While the literary-influenced idea sounds nothing short of fantastic, it found a foothold in “the corkscrew mind” of Charles Cholmondeley, a young, shy, and somewhat eccentric Royal Air Force Volunteer Reserve officer who served as secretary for the top-secret XX Committee, so named as the Roman numerals for twenty also form a “double cross”… which should provide some hint into both the type of work conducted by the group as well as the minds that directed it. Continue reading
Sidney Poitier as Matt Younger, widowed father and clinic physician
London, Summer 1972
Film: A Warm December
Release Date: May 23, 1973
Director: Sidney Poitier
Wardrobe Supervisor: John Wilson-Apperson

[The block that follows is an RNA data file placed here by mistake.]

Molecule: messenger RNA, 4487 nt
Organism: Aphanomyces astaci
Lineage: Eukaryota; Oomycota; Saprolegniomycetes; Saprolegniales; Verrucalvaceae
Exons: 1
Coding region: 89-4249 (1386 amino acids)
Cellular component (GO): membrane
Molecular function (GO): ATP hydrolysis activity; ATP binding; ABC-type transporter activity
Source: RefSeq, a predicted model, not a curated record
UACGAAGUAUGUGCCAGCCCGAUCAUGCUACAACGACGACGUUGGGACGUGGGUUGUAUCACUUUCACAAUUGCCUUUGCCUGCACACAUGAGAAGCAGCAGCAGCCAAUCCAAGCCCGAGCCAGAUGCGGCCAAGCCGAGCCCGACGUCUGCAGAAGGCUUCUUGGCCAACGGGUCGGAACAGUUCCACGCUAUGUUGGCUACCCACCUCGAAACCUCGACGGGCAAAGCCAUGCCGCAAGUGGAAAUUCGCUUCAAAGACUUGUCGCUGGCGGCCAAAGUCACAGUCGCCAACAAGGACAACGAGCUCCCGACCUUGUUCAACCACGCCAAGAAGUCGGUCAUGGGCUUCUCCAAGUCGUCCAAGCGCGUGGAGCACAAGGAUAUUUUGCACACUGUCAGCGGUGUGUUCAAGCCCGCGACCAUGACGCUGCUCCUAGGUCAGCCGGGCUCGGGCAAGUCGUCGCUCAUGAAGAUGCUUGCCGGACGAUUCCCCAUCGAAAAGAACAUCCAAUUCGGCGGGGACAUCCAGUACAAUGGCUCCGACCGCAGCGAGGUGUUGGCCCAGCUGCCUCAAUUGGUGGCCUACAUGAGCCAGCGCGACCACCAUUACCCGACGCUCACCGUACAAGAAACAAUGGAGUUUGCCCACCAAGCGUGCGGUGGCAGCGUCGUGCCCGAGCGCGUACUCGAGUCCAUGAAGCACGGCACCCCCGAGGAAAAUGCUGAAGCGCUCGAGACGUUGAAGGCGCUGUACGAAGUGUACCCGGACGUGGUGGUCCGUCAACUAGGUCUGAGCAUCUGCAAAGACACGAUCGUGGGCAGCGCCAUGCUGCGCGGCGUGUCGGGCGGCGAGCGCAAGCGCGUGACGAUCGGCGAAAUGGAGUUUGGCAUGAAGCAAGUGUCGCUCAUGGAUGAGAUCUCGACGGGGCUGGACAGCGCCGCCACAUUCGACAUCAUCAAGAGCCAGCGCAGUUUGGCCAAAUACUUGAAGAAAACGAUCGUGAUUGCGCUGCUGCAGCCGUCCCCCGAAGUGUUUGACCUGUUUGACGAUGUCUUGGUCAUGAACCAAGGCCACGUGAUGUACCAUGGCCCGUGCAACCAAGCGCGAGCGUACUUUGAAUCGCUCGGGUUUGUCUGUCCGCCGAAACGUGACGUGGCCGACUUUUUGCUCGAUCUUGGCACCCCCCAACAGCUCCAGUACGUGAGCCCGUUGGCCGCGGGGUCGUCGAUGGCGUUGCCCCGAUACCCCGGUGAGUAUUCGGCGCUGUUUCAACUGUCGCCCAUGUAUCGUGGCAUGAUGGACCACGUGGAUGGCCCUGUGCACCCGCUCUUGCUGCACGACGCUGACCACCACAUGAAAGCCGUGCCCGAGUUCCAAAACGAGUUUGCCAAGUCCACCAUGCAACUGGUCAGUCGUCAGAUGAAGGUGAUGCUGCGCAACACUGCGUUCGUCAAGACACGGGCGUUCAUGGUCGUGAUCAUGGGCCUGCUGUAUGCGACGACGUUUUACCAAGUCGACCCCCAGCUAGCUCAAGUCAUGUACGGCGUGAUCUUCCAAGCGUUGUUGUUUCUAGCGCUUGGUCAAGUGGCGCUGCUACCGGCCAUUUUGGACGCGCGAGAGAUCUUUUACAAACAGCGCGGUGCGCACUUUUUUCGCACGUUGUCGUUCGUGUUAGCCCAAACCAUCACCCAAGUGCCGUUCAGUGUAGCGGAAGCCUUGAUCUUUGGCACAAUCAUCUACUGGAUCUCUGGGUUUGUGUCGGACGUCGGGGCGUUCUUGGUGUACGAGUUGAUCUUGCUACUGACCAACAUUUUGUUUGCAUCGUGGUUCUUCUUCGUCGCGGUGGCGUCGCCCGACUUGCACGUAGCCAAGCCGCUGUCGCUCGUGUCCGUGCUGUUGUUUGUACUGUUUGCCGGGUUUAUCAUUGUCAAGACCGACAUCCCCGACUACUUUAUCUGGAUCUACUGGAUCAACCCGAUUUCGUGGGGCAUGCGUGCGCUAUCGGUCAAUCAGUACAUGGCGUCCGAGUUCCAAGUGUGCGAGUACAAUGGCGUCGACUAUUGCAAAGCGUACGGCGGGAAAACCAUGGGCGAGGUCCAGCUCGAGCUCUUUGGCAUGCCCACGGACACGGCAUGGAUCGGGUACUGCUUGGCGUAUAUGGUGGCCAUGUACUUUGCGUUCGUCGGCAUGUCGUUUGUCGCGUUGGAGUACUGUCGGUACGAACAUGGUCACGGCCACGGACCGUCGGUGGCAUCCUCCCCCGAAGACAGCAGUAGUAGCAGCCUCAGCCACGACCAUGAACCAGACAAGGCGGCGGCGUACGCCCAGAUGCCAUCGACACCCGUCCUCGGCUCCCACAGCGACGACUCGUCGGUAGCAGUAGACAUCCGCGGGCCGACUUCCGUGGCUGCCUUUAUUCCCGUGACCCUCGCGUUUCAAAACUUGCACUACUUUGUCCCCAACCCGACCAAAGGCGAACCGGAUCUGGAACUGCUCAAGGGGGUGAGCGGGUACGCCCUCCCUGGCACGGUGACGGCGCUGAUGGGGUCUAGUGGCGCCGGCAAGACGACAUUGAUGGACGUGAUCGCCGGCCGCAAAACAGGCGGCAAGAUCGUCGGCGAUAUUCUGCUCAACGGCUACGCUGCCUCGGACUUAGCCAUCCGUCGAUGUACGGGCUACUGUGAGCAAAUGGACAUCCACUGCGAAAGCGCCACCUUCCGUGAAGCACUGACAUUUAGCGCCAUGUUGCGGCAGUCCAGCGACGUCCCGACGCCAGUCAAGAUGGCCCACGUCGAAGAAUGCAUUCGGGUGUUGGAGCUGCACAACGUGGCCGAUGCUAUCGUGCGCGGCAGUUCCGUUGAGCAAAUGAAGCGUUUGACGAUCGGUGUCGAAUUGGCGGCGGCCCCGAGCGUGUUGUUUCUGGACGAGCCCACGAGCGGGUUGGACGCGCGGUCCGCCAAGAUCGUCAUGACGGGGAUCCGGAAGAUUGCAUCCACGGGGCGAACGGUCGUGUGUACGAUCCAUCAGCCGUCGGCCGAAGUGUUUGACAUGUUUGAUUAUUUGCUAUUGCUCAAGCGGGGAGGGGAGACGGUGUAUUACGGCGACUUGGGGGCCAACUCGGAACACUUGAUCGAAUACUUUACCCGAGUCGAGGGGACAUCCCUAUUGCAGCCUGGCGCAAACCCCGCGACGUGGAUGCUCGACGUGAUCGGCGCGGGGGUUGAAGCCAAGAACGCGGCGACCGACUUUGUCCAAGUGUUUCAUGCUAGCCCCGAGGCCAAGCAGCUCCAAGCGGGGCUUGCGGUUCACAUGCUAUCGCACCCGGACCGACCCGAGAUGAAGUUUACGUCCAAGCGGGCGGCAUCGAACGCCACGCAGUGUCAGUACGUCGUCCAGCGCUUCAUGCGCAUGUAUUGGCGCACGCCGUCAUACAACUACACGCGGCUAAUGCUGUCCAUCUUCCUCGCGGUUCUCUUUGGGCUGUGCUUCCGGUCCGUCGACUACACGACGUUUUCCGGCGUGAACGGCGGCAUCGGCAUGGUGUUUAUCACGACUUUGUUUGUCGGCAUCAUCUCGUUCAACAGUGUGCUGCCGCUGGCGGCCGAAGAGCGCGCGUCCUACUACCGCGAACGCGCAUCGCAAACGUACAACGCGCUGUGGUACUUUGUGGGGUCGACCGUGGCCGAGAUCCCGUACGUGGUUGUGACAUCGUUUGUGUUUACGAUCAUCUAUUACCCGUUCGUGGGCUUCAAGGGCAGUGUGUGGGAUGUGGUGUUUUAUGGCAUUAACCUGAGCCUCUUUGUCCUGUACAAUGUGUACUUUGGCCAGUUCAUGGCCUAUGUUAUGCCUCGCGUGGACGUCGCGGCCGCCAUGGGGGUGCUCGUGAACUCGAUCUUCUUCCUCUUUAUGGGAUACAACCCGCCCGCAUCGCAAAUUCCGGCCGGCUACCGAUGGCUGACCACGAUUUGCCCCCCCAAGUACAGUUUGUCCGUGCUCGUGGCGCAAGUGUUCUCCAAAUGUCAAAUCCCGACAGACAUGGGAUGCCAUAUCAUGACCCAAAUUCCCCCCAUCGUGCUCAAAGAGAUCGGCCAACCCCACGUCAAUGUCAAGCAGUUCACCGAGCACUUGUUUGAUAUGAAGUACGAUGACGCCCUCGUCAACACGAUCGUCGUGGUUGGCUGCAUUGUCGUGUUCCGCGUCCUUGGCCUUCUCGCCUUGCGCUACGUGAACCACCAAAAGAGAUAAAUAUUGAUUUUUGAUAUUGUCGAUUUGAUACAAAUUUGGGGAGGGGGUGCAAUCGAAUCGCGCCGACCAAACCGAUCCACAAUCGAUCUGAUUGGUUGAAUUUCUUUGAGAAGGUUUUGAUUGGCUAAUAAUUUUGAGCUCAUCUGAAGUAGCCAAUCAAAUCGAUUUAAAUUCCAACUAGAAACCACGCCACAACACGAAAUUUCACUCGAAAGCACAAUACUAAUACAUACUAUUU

To remember the late screen legend Sidney Poitier KBE—born 96 years ago today on February 20, 1927—today’s post returns to the Oscar-winning actor’s second directorial effort, A Warm December.
In addition to directing, Poitier also stars as the recently widowed Dr. Matt Younger, who arrives in London with his daughter Stefanie (Yvette Curtis). Looking for nothing more than a mindless vacation with his daughter and riding his motorbike, Matt’s trip becomes considerably more complicated after an interesting encounter outside his Pall Mall hotel with the mysterious Catherine Oswandu (Ester Anderson). Continue reading
Chris Pine as Henry Pelham, CIA “clandestine case officer extraordinaire”
London, Winter 2020
Film: All the Old Knives
Release Date: April 8, 2022
Director: Janus Metz Pedersen
Costume Designer: Stephanie Collie
WARNING! Spoilers ahead!
On one hand, I appreciated All the Old Knives‘ dedication to a le Carré-esque depiction of spywork as more of a subdued, slow-burning investigation rather than the action-packed world of James Bond and Ethan Hunt. On the other hand, does “subdued” necessarily have to feel so… subdued?